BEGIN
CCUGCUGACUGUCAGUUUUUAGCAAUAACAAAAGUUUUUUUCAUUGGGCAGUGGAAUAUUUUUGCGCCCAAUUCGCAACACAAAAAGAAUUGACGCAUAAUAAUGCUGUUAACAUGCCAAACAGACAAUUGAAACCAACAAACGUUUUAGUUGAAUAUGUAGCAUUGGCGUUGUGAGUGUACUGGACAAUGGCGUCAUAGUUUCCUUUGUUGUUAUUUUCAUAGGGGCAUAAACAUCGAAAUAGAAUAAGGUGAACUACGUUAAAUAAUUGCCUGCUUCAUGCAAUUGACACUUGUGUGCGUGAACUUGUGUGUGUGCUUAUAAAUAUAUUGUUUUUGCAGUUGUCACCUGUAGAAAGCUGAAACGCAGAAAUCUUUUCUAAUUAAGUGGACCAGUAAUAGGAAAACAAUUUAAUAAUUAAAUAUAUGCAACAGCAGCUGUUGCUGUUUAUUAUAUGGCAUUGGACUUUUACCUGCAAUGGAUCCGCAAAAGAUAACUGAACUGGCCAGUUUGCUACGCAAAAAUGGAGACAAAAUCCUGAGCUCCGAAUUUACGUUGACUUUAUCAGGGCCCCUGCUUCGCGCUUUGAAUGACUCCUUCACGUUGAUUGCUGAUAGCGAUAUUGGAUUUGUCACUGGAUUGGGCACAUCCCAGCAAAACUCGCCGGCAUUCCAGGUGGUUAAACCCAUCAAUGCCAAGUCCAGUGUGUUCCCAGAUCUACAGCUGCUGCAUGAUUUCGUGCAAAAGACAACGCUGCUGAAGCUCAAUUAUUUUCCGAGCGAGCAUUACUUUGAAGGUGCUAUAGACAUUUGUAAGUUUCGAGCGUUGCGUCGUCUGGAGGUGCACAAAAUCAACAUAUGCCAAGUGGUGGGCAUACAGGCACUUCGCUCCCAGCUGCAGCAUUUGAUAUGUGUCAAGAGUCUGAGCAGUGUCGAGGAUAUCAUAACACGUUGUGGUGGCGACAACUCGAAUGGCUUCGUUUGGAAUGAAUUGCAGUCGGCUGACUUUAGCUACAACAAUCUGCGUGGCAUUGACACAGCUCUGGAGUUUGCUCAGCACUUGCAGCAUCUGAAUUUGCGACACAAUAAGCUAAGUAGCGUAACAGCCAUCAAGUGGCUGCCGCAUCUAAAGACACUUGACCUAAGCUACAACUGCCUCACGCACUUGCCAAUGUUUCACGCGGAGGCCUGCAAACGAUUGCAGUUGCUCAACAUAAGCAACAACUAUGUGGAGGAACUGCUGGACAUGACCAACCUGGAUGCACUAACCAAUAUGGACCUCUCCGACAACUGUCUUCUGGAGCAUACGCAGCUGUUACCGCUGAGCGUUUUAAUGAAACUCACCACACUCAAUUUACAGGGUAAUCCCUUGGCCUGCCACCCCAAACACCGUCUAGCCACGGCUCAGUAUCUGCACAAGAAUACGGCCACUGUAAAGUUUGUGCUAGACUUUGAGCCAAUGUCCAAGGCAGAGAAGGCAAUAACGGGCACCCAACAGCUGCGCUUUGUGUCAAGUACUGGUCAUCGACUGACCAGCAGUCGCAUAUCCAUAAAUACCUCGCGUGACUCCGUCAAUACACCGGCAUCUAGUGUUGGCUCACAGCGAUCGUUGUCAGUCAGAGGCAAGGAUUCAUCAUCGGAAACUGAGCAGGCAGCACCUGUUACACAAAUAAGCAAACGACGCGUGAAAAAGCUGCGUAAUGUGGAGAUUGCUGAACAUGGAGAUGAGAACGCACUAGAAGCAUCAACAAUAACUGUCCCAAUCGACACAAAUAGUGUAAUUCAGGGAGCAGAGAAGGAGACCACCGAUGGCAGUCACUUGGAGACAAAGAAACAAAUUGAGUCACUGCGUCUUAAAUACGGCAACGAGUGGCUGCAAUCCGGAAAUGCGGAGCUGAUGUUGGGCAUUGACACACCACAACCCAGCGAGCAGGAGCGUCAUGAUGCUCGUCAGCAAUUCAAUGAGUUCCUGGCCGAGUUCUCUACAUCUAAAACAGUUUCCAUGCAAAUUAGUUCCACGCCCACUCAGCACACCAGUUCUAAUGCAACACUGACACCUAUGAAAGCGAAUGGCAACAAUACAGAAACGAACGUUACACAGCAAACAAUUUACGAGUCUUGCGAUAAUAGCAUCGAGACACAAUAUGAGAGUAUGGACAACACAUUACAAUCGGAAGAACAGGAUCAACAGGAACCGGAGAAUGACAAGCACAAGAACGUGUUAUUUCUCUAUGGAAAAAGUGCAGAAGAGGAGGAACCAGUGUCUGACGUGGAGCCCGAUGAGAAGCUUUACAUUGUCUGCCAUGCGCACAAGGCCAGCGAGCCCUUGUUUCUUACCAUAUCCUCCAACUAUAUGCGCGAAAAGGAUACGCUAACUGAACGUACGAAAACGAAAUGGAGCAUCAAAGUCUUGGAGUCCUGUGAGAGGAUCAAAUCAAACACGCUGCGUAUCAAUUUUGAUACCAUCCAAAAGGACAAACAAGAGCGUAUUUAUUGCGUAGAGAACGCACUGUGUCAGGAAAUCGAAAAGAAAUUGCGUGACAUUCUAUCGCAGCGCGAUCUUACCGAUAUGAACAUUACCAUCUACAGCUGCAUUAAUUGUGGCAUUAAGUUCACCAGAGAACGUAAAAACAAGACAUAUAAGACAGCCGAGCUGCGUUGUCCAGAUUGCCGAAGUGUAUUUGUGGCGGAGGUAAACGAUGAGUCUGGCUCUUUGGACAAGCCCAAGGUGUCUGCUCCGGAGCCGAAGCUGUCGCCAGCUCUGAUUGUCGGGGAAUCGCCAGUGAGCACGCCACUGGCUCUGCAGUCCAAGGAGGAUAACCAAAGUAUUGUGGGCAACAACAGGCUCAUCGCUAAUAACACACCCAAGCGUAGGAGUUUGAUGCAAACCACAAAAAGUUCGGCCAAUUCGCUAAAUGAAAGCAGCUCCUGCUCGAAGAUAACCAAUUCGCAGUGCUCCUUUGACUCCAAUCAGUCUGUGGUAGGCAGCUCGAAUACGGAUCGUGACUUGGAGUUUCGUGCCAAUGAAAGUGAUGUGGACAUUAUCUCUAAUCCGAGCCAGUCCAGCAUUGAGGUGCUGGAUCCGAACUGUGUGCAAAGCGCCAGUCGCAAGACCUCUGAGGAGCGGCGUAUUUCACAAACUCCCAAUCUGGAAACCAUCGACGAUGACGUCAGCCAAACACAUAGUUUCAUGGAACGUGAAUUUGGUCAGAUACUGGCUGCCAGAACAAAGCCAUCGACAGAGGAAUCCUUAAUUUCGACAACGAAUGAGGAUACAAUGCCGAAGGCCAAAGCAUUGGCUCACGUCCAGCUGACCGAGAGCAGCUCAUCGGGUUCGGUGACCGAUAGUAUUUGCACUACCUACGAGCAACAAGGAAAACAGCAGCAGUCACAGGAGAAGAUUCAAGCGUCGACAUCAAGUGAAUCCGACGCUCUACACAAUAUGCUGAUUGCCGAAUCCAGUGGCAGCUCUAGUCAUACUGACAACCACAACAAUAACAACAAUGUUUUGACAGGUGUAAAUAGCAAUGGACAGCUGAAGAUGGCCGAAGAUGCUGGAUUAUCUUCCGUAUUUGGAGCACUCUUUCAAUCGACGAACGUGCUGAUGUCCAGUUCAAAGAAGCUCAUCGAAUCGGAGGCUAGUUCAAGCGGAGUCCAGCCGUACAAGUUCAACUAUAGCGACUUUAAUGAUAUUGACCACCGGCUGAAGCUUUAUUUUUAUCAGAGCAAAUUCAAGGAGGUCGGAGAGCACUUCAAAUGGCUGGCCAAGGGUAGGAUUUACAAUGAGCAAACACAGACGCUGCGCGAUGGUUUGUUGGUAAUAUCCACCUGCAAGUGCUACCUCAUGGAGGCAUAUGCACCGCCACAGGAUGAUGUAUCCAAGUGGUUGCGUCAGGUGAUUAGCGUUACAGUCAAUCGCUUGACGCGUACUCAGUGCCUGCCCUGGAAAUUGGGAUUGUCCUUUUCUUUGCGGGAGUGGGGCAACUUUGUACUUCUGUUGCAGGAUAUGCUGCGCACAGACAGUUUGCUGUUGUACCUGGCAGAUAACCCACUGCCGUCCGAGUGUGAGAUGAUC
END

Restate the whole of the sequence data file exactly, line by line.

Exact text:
CCUGCUGACUGUCAGUUUUUAGCAAUAACAAAAGUUUUUUUCAUUGGGCAGUGGAAUAUUUUUGCGCCCAAUUCGCAACACAAAAAGAAUUGACGCAUAAUAAUGCUGUUAACAUGCCAAACAGACAAUUGAAACCAACAAACGUUUUAGUUGAAUAUGUAGCAUUGGCGUUGUGAGUGUACUGGACAAUGGCGUCAUAGUUUCCUUUGUUGUUAUUUUCAUAGGGGCAUAAACAUCGAAAUAGAAUAAGGUGAACUACGUUAAAUAAUUGCCUGCUUCAUGCAAUUGACACUUGUGUGCGUGAACUUGUGUGUGUGCUUAUAAAUAUAUUGUUUUUGCAGUUGUCACCUGUAGAAAGCUGAAACGCAGAAAUCUUUUCUAAUUAAGUGGACCAGUAAUAGGAAAACAAUUUAAUAAUUAAAUAUAUGCAACAGCAGCUGUUGCUGUUUAUUAUAUGGCAUUGGACUUUUACCUGCAAUGGAUCCGCAAAAGAUAACUGAACUGGCCAGUUUGCUACGCAAAAAUGGAGACAAAAUCCUGAGCUCCGAAUUUACGUUGACUUUAUCAGGGCCCCUGCUUCGCGCUUUGAAUGACUCCUUCACGUUGAUUGCUGAUAGCGAUAUUGGAUUUGUCACUGGAUUGGGCACAUCCCAGCAAAACUCGCCGGCAUUCCAGGUGGUUAAACCCAUCAAUGCCAAGUCCAGUGUGUUCCCAGAUCUACAGCUGCUGCAUGAUUUCGUGCAAAAGACAACGCUGCUGAAGCUCAAUUAUUUUCCGAGCGAGCAUUACUUUGAAGGUGCUAUAGACAUUUGUAAGUUUCGAGCGUUGCGUCGUCUGGAGGUGCACAAAAUCAACAUAUGCCAAGUGGUGGGCAUACAGGCACUUCGCUCCCAGCUGCAGCAUUUGAUAUGUGUCAAGAGUCUGAGCAGUGUCGAGGAUAUCAUAACACGUUGUGGUGGCGACAACUCGAAUGGCUUCGUUUGGAAUGAAUUGCAGUCGGCUGACUUUAGCUACAACAAUCUGCGUGGCAUUGACACAGCUCUGGAGUUUGCUCAGCACUUGCAGCAUCUGAAUUUGCGACACAAUAAGCUAAGUAGCGUAACAGCCAUCAAGUGGCUGCCGCAUCUAAAGACACUUGACCUAAGCUACAACUGCCUCACGCACUUGCCAAUGUUUCACGCGGAGGCCUGCAAACGAUUGCAGUUGCUCAACAUAAGCAACAACUAUGUGGAGGAACUGCUGGACAUGACCAACCUGGAUGCACUAACCAAUAUGGACCUCUCCGACAACUGUCUUCUGGAGCAUACGCAGCUGUUACCGCUGAGCGUUUUAAUGAAACUCACCACACUCAAUUUACAGGGUAAUCCCUUGGCCUGCCACCCCAAACACCGUCUAGCCACGGCUCAGUAUCUGCACAAGAAUACGGCCACUGUAAAGUUUGUGCUAGACUUUGAGCCAAUGUCCAAGGCAGAGAAGGCAAUAACGGGCACCCAACAGCUGCGCUUUGUGUCAAGUACUGGUCAUCGACUGACCAGCAGUCGCAUAUCCAUAAAUACCUCGCGUGACUCCGUCAAUACACCGGCAUCUAGUGUUGGCUCACAGCGAUCGUUGUCAGUCAGAGGCAAGGAUUCAUCAUCGGAAACUGAGCAGGCAGCACCUGUUACACAAAUAAGCAAACGACGCGUGAAAAAGCUGCGUAAUGUGGAGAUUGCUGAACAUGGAGAUGAGAACGCACUAGAAGCAUCAACAAUAACUGUCCCAAUCGACACAAAUAGUGUAAUUCAGGGAGCAGAGAAGGAGACCACCGAUGGCAGUCACUUGGAGACAAAGAAACAAAUUGAGUCACUGCGUCUUAAAUACGGCAACGAGUGGCUGCAAUCCGGAAAUGCGGAGCUGAUGUUGGGCAUUGACACACCACAACCCAGCGAGCAGGAGCGUCAUGAUGCUCGUCAGCAAUUCAAUGAGUUCCUGGCCGAGUUCUCUACAUCUAAAACAGUUUCCAUGCAAAUUAGUUCCACGCCCACUCAGCACACCAGUUCUAAUGCAACACUGACACCUAUGAAAGCGAAUGGCAACAAUACAGAAACGAACGUUACACAGCAAACAAUUUACGAGUCUUGCGAUAAUAGCAUCGAGACACAAUAUGAGAGUAUGGACAACACAUUACAAUCGGAAGAACAGGAUCAACAGGAACCGGAGAAUGACAAGCACAAGAACGUGUUAUUUCUCUAUGGAAAAAGUGCAGAAGAGGAGGAACCAGUGUCUGACGUGGAGCCCGAUGAGAAGCUUUACAUUGUCUGCCAUGCGCACAAGGCCAGCGAGCCCUUGUUUCUUACCAUAUCCUCCAACUAUAUGCGCGAAAAGGAUACGCUAACUGAACGUACGAAAACGAAAUGGAGCAUCAAAGUCUUGGAGUCCUGUGAGAGGAUCAAAUCAAACACGCUGCGUAUCAAUUUUGAUACCAUCCAAAAGGACAAACAAGAGCGUAUUUAUUGCGUAGAGAACGCACUGUGUCAGGAAAUCGAAAAGAAAUUGCGUGACAUUCUAUCGCAGCGCGAUCUUACCGAUAUGAACAUUACCAUCUACAGCUGCAUUAAUUGUGGCAUUAAGUUCACCAGAGAACGUAAAAACAAGACAUAUAAGACAGCCGAGCUGCGUUGUCCAGAUUGCCGAAGUGUAUUUGUGGCGGAGGUAAACGAUGAGUCUGGCUCUUUGGACAAGCCCAAGGUGUCUGCUCCGGAGCCGAAGCUGUCGCCAGCUCUGAUUGUCGGGGAAUCGCCAGUGAGCACGCCACUGGCUCUGCAGUCCAAGGAGGAUAACCAAAGUAUUGUGGGCAACAACAGGCUCAUCGCUAAUAACACACCCAAGCGUAGGAGUUUGAUGCAAACCACAAAAAGUUCGGCCAAUUCGCUAAAUGAAAGCAGCUCCUGCUCGAAGAUAACCAAUUCGCAGUGCUCCUUUGACUCCAAUCAGUCUGUGGUAGGCAGCUCGAAUACGGAUCGUGACUUGGAGUUUCGUGCCAAUGAAAGUGAUGUGGACAUUAUCUCUAAUCCGAGCCAGUCCAGCAUUGAGGUGCUGGAUCCGAACUGUGUGCAAAGCGCCAGUCGCAAGACCUCUGAGGAGCGGCGUAUUUCACAAACUCCCAAUCUGGAAACCAUCGACGAUGACGUCAGCCAAACACAUAGUUUCAUGGAACGUGAAUUUGGUCAGAUACUGGCUGCCAGAACAAAGCCAUCGACAGAGGAAUCCUUAAUUUCGACAACGAAUGAGGAUACAAUGCCGAAGGCCAAAGCAUUGGCUCACGUCCAGCUGACCGAGAGCAGCUCAUCGGGUUCGGUGACCGAUAGUAUUUGCACUACCUACGAGCAACAAGGAAAACAGCAGCAGUCACAGGAGAAGAUUCAAGCGUCGACAUCAAGUGAAUCCGACGCUCUACACAAUAUGCUGAUUGCCGAAUCCAGUGGCAGCUCUAGUCAUACUGACAACCACAACAAUAACAACAAUGUUUUGACAGGUGUAAAUAGCAAUGGACAGCUGAAGAUGGCCGAAGAUGCUGGAUUAUCUUCCGUAUUUGGAGCACUCUUUCAAUCGACGAACGUGCUGAUGUCCAGUUCAAAGAAGCUCAUCGAAUCGGAGGCUAGUUCAAGCGGAGUCCAGCCGUACAAGUUCAACUAUAGCGACUUUAAUGAUAUUGACCACCGGCUGAAGCUUUAUUUUUAUCAGAGCAAAUUCAAGGAGGUCGGAGAGCACUUCAAAUGGCUGGCCAAGGGUAGGAUUUACAAUGAGCAAACACAGACGCUGCGCGAUGGUUUGUUGGUAAUAUCCACCUGCAAGUGCUACCUCAUGGAGGCAUAUGCACCGCCACAGGAUGAUGUAUCCAAGUGGUUGCGUCAGGUGAUUAGCGUUACAGUCAAUCGCUUGACGCGUACUCAGUGCCUGCCCUGGAAAUUGGGAUUGUCCUUUUCUUUGCGGGAGUGGGGCAACUUUGUACUUCUGUUGCAGGAUAUGCUGCGCACAGACAGUUUGCUGUUGUACCUGGCAGAUAACCCACUGCCGUCCGAGUGUGAGAUGAUC